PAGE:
Thanksgiving traditions abound

This coming Monday, families across Canada will celebrate Thanksgiving.
By the second Monday of October, most crops already are harvested and are stored. The corn, wheat, oats, and barley have been tilled back into the ground.
The last of the squash and pumpkins have been taken in, the onions have been dried to have firm skins, and potatoes have been dug, as have the carrots, parsnips, and turnips.
South of us, much of the corn across southern Minnesota, Wisconsin, Iowa, and Illinois is just beginning to be harvested. Soybeans are still green in many fields.
The orchards along Georgian Bay, meanwhile, are just being picked, and the sweet and tartness of those apples will be found in the district with the arrival of trucks that had been carrying cattle south to the farms of Gray and Bruce counties.
We can rejoice as the golden leaves plummet from the trees across our communities. They have been a dazzling display of colour.
All of those harvested vegetables and fruits will find their way to dinner tables. Most families will choose to roast a stuffed turkey, and the grand meal likely will include fresh vegetables from local gardens.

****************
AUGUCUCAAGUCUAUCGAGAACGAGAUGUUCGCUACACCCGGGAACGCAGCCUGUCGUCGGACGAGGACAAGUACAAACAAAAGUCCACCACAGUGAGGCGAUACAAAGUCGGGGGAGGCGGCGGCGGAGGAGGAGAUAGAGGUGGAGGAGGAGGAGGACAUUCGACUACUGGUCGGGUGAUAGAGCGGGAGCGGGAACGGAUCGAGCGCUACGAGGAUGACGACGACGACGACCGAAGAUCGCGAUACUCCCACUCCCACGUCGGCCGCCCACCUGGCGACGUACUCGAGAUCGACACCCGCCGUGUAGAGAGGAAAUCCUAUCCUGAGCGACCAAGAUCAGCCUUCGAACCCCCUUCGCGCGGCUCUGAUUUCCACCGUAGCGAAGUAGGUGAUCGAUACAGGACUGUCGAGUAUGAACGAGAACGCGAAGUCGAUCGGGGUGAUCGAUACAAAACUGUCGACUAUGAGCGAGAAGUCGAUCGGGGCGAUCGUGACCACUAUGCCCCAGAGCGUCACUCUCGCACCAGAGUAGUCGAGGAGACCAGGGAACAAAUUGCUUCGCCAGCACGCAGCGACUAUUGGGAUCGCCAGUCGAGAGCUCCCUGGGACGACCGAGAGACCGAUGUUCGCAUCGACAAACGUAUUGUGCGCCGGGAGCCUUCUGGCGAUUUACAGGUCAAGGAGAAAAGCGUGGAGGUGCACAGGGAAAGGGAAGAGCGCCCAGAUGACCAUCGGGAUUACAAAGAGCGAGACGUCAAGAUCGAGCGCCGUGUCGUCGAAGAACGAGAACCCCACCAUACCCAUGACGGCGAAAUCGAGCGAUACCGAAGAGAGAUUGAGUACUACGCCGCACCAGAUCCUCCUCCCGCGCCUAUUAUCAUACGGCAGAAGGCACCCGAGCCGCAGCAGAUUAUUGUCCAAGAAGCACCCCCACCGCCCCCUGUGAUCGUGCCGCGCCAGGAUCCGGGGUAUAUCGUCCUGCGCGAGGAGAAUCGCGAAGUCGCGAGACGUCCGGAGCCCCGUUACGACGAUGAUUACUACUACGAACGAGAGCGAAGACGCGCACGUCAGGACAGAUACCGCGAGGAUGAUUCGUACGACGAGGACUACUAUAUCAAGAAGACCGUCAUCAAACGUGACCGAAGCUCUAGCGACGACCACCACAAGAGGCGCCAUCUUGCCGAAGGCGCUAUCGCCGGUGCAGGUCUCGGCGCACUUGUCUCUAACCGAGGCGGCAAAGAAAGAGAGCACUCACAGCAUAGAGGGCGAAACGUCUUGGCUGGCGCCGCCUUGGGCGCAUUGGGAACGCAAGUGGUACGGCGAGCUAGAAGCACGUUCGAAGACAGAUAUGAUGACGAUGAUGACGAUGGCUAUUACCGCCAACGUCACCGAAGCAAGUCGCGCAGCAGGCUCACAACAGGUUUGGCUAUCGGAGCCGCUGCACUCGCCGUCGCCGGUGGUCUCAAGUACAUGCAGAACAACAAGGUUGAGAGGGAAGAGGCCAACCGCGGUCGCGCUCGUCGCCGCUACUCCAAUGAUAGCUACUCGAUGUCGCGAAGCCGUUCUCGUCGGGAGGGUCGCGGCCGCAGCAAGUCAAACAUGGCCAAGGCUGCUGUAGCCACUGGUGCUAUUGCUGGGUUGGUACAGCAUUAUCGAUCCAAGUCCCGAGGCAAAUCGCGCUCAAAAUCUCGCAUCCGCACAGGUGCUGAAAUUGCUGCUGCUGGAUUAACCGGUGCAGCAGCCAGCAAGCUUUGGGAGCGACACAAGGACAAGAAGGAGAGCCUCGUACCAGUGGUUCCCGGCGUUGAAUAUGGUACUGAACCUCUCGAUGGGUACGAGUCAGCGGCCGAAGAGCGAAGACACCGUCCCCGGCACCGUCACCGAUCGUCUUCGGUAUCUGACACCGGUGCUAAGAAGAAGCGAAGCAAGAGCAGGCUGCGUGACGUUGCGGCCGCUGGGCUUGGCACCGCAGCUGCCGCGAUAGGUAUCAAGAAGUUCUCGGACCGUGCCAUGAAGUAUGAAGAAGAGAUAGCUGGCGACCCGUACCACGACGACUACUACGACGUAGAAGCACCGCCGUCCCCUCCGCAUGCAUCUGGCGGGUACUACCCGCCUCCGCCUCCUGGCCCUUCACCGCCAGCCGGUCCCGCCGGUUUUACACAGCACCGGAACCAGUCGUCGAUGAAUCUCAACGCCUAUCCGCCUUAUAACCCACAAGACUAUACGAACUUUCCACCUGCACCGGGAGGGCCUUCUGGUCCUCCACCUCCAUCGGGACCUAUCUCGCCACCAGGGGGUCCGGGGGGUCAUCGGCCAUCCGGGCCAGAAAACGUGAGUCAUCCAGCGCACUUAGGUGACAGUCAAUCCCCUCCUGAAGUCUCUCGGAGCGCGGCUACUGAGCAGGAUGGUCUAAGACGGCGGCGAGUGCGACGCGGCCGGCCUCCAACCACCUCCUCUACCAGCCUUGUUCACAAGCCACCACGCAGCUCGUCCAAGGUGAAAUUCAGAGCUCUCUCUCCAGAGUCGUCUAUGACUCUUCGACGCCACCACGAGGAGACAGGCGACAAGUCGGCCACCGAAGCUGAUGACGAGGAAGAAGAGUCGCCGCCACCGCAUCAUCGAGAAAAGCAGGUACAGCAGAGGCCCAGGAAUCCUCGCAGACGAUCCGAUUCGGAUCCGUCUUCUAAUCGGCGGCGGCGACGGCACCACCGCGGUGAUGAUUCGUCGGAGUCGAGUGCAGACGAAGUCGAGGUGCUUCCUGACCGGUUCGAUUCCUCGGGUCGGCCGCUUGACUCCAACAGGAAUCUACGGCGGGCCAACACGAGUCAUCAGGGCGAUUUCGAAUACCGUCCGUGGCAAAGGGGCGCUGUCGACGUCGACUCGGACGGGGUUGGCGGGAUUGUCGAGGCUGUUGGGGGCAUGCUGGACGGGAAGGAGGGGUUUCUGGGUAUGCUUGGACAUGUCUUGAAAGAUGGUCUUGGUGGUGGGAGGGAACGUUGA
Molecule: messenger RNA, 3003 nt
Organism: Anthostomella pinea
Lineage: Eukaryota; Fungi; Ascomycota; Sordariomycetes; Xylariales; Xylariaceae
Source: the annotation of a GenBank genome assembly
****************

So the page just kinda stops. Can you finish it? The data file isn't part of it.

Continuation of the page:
The farmers’ market will be packed with cabbage, pies, pie pumpkins, assorted squash, and fresh breads and rolls.
Come Sunday and Monday, if you were to walk into any home, you would encounter the lofting smells of nutmeg, cinnamon, sage, thyme, parsley, ginger, and pepper.
Traditions of Thanksgiving have been added from other cultures, including wild rice, cabbage rolls, and perogies.
Apple, blueberry, lemon, and pumpkin pies will make appearances. Vanilla ice cream, fresh-whipped cream, and cheeses will accompany the pies.
The feast will be prepared. Friends, family, and neighbours will arrive in our homes to enjoy the wonderful smells and tastes of this special holiday marking the conclusion of the harvest season in our area.
Near the end of November, our American friends will have their own Thanksgiving celebration, enjoying many of the same wonderful foods that we enjoy. Collard greens, grits, and other treats will be found on their menus.
Koreans already have celebrated Chuseok that occurs at the equinox. It, too, is a celebration of Thanksgiving and traditional meals are served.
China, at a similar time, will celebrate at the Moon Festival. The traditional food is the “Moon Cake.”
Other countries around the world have their own Thanksgiving celebration.
Each has its own traditions but each gives thanks for a successful harvest.

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